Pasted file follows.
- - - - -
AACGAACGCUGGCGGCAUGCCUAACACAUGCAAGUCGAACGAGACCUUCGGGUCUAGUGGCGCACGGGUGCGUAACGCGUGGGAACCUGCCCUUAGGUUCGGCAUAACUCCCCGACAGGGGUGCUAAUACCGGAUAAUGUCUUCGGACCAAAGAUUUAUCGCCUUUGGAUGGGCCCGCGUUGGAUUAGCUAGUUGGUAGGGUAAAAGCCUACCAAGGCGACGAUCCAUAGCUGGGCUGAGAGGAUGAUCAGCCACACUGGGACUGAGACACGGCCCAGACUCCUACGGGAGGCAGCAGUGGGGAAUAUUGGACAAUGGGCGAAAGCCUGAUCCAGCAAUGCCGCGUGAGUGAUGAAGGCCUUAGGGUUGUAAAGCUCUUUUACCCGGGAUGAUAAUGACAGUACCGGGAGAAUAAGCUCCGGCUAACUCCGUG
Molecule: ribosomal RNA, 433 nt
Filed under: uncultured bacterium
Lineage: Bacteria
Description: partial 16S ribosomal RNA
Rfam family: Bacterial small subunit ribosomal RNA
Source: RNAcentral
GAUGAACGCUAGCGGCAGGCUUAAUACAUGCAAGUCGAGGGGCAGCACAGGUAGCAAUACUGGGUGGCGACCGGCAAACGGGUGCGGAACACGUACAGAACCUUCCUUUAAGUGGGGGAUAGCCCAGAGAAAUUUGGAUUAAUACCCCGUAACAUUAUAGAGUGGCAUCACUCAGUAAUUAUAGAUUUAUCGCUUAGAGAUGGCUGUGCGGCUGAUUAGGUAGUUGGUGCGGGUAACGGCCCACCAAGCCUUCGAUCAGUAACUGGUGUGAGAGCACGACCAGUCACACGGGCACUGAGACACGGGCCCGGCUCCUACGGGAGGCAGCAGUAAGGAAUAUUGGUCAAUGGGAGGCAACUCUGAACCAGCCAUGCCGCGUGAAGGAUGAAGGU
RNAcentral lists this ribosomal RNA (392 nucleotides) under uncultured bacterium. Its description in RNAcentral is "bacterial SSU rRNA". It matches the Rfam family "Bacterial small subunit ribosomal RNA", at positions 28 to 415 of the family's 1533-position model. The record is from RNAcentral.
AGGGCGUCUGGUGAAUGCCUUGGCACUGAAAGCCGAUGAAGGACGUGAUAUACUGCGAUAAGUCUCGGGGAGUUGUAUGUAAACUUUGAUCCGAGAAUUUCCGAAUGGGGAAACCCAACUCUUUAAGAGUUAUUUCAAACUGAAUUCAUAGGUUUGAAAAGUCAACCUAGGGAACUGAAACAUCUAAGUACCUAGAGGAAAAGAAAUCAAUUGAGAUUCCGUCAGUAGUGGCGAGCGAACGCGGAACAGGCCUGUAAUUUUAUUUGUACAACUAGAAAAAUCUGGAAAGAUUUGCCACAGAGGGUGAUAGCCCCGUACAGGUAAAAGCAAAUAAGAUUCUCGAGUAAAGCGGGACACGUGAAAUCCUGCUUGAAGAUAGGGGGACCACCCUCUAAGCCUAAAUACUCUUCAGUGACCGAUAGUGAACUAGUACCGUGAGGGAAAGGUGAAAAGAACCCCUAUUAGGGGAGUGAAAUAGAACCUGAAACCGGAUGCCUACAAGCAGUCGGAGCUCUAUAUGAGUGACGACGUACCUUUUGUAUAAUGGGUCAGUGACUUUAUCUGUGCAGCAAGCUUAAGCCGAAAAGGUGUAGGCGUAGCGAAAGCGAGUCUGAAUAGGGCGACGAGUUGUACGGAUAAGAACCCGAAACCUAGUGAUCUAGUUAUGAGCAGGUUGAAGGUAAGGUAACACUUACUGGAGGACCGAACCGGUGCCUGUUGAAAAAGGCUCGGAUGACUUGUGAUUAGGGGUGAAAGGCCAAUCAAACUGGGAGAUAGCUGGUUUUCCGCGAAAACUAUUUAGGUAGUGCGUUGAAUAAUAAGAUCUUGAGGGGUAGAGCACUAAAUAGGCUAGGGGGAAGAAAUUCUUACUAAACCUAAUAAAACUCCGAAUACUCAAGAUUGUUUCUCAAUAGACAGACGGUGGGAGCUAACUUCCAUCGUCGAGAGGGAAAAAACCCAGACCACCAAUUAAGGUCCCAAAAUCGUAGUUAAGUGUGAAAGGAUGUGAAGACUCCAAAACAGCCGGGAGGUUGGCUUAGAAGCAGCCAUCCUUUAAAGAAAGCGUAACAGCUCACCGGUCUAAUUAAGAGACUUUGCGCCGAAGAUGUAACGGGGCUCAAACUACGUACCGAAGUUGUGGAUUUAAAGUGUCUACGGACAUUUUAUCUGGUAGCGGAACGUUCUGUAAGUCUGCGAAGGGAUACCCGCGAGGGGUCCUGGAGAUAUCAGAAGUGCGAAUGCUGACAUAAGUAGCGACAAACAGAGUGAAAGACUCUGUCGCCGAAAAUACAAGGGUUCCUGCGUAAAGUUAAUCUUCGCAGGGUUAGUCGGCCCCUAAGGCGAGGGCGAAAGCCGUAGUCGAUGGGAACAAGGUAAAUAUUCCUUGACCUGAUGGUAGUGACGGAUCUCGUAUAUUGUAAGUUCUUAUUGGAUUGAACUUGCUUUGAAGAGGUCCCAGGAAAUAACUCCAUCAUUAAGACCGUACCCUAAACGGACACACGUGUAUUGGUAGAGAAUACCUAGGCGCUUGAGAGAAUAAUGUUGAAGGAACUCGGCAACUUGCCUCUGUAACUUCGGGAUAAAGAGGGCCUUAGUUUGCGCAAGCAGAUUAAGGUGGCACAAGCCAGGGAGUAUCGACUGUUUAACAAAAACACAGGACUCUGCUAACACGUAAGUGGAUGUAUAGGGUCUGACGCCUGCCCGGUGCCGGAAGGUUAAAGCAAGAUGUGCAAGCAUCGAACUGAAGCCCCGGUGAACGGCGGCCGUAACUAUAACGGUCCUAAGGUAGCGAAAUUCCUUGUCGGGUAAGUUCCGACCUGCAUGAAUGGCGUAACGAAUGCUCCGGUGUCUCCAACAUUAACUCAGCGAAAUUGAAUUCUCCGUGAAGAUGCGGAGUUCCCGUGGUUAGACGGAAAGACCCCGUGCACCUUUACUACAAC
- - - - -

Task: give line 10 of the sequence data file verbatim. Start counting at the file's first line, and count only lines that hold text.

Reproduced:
AGGGCGUCUGGUGAAUGCCUUGGCACUGAAAGCCGAUGAAGGACGUGAUAUACUGCGAUAAGUCUCGGGGAGUUGUAUGUAAACUUUGAUCCGAGAAUUUCCGAAUGGGGAAACCCAACUCUUUAAGAGUUAUUUCAAACUGAAUUCAUAGGUUUGAAAAGUCAACCUAGGGAACUGAAACAUCUAAGUACCUAGAGGAAAAGAAAUCAAUUGAGAUUCCGUCAGUAGUGGCGAGCGAACGCGGAACAGGCCUGUAAUUUUAUUUGUACAACUAGAAAAAUCUGGAAAGAUUUGCCACAGAGGGUGAUAGCCCCGUACAGGUAAAAGCAAAUAAGAUUCUCGAGUAAAGCGGGACACGUGAAAUCCUGCUUGAAGAUAGGGGGACCACCCUCUAAGCCUAAAUACUCUUCAGUGACCGAUAGUGAACUAGUACCGUGAGGGAAAGGUGAAAAGAACCCCUAUUAGGGGAGUGAAAUAGAACCUGAAACCGGAUGCCUACAAGCAGUCGGAGCUCUAUAUGAGUGACGACGUACCUUUUGUAUAAUGGGUCAGUGACUUUAUCUGUGCAGCAAGCUUAAGCCGAAAAGGUGUAGGCGUAGCGAAAGCGAGUCUGAAUAGGGCGACGAGUUGUACGGAUAAGAACCCGAAACCUAGUGAUCUAGUUAUGAGCAGGUUGAAGGUAAGGUAACACUUACUGGAGGACCGAACCGGUGCCUGUUGAAAAAGGCUCGGAUGACUUGUGAUUAGGGGUGAAAGGCCAAUCAAACUGGGAGAUAGCUGGUUUUCCGCGAAAACUAUUUAGGUAGUGCGUUGAAUAAUAAGAUCUUGAGGGGUAGAGCACUAAAUAGGCUAGGGGGAAGAAAUUCUUACUAAACCUAAUAAAACUCCGAAUACUCAAGAUUGUUUCUCAAUAGACAGACGGUGGGAGCUAACUUCCAUCGUCGAGAGGGAAAAAACCCAGACCACCAAUUAAGGUCCCAAAAUCGUAGUUAAGUGUGAAAGGAUGUGAAGACUCCAAAACAGCCGGGAGGUUGGCUUAGAAGCAGCCAUCCUUUAAAGAAAGCGUAACAGCUCACCGGUCUAAUUAAGAGACUUUGCGCCGAAGAUGUAACGGGGCUCAAACUACGUACCGAAGUUGUGGAUUUAAAGUGUCUACGGACAUUUUAUCUGGUAGCGGAACGUUCUGUAAGUCUGCGAAGGGAUACCCGCGAGGGGUCCUGGAGAUAUCAGAAGUGCGAAUGCUGACAUAAGUAGCGACAAACAGAGUGAAAGACUCUGUCGCCGAAAAUACAAGGGUUCCUGCGUAAAGUUAAUCUUCGCAGGGUUAGUCGGCCCCUAAGGCGAGGGCGAAAGCCGUAGUCGAUGGGAACAAGGUAAAUAUUCCUUGACCUGAUGGUAGUGACGGAUCUCGUAUAUUGUAAGUUCUUAUUGGAUUGAACUUGCUUUGAAGAGGUCCCAGGAAAUAACUCCAUCAUUAAGACCGUACCCUAAACGGACACACGUGUAUUGGUAGAGAAUACCUAGGCGCUUGAGAGAAUAAUGUUGAAGGAACUCGGCAACUUGCCUCUGUAACUUCGGGAUAAAGAGGGCCUUAGUUUGCGCAAGCAGAUUAAGGUGGCACAAGCCAGGGAGUAUCGACUGUUUAACAAAAACACAGGACUCUGCUAACACGUAAGUGGAUGUAUAGGGUCUGACGCCUGCCCGGUGCCGGAAGGUUAAAGCAAGAUGUGCAAGCAUCGAACUGAAGCCCCGGUGAACGGCGGCCGUAACUAUAACGGUCCUAAGGUAGCGAAAUUCCUUGUCGGGUAAGUUCCGACCUGCAUGAAUGGCGUAACGAAUGCUCCGGUGUCUCCAACAUUAACUCAGCGAAAUUGAAUUCUCCGUGAAGAUGCGGAGUUCCCGUGGUUAGACGGAAAGACCCCGUGCACCUUUACUACAAC